I'm reading a book now about the history of the science fiction genre. It's called The Futurians and it is one of the most fascinating, hilarious and entertaining books I've ever read. The Futurians were a group of fanatical science fiction enthusiasts that formed in 1938. Members of went on to become some of the most influential and celebrated writers and editors of the science fiction genre. Frederik Pohl, Donald A. Wollheim, Isaac Asimov, C.M. Kornbluth, Judith Merrill and James Blish among others were members. The Futurians book was written by one of its own, Damon Knight, who imbues his historical account with impish glee.
The Futurians were a remarkable group of individuals. By turns this book is wildly hysterical, sad, moving, shocking and obscene. Dirt poor and surviving by their wits, there were always dissent between rivaling factions, all of which were detailed in the numerous fanzines the group published and distributed. In the small world of SF fandom, they make stars of themselves and bit by bit, they became the professionals in the field that they knew they would eventually be. It's a profound story of the search for one's dreams and this motley group, that were often dirty, deranged and ill-mannered, found theirs.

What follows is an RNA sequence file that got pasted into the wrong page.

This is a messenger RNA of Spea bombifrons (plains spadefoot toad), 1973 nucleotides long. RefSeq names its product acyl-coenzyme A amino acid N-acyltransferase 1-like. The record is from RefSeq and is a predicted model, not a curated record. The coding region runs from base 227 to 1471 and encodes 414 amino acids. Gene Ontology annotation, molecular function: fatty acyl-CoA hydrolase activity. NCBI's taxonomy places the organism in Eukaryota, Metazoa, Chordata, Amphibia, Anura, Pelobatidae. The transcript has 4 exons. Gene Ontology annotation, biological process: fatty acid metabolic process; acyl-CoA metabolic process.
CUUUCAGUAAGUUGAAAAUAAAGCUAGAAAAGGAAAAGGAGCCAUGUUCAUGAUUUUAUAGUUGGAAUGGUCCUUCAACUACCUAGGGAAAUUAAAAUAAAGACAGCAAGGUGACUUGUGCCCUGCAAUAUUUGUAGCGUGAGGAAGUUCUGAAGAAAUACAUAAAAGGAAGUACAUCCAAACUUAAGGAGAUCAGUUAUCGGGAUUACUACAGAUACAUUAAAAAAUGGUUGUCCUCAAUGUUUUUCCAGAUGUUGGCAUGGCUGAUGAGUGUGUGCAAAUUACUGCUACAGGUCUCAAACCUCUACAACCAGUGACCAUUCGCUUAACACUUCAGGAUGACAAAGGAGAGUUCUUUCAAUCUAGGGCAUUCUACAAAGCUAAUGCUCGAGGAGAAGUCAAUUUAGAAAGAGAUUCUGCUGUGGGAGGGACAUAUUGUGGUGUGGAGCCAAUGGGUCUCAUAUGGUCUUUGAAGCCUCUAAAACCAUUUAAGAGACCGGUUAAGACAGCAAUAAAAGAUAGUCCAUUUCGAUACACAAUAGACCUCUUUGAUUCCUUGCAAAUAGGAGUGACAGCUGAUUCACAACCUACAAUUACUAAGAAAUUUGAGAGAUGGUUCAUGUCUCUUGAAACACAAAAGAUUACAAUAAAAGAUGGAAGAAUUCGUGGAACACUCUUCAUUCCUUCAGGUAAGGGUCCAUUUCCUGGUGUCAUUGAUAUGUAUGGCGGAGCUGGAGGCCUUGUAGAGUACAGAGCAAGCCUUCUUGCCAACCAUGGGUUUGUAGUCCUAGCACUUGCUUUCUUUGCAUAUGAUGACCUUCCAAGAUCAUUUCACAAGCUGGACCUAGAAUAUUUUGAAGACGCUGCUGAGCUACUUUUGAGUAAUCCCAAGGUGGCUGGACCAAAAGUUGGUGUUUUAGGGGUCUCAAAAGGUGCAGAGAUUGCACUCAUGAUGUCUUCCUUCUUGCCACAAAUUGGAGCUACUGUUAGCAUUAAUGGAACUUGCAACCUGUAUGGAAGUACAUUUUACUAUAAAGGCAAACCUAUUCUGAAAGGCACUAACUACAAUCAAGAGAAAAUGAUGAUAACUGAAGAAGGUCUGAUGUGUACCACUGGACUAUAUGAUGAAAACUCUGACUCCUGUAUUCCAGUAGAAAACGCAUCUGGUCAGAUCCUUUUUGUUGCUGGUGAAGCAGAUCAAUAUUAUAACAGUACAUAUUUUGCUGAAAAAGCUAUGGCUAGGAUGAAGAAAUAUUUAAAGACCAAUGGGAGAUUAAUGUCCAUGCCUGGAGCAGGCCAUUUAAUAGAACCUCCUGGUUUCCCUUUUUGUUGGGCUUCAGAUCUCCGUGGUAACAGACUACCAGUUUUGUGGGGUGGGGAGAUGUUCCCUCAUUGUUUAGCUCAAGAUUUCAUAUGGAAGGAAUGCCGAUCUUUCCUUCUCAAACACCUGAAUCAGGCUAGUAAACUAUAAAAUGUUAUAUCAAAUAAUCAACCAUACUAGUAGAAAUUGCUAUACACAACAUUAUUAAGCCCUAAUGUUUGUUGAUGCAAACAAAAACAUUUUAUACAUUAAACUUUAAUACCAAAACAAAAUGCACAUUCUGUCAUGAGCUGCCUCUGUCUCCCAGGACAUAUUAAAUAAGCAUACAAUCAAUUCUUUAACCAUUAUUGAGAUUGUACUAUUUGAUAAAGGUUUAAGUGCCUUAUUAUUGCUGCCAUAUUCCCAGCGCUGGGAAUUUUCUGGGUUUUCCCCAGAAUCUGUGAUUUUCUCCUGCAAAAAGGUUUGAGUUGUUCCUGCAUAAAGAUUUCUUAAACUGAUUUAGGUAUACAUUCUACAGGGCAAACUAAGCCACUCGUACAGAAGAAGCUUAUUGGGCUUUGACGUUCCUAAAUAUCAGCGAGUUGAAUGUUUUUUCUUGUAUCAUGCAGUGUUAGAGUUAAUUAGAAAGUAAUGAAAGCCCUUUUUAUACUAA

More than just a writers' support group, The Futurians often lived together and were like a family. And as with all other families, there were huge altercations, betrayals and often downright hatred. But there was also a great deal of affection and loyalty.
Published in 1977, I read The Futurians when I was 16 years old. I was moved by it and it made me jealous. I wished that I had been born back in the time that is known as First Fandom. Shortly after I heard that there was a local science fiction organization in my town and I was thrilled. I contacted them and went to my first meeting with great excitement. That excitement was short-lived, as I found the group to be silly, trivial and boring. Nothing like the kind of group I'd want to be a member of.
Clearly fandom had gone in a different direction as the decades went on. And it's gotten even worse today. Much worse.
Last night I was in Barnes and Noble. Drinking a green tea, I perused the science fiction section. What I found there was complete depression.
Yes, there were some books by Frederik Pohl. Dick is more popular today then when he was alive. Heinlein continues to be discovered by new generations and for that I am grateful. Asimov can be found and so can Clarke. Frank Herbert too, but I've never been a big fan of his work.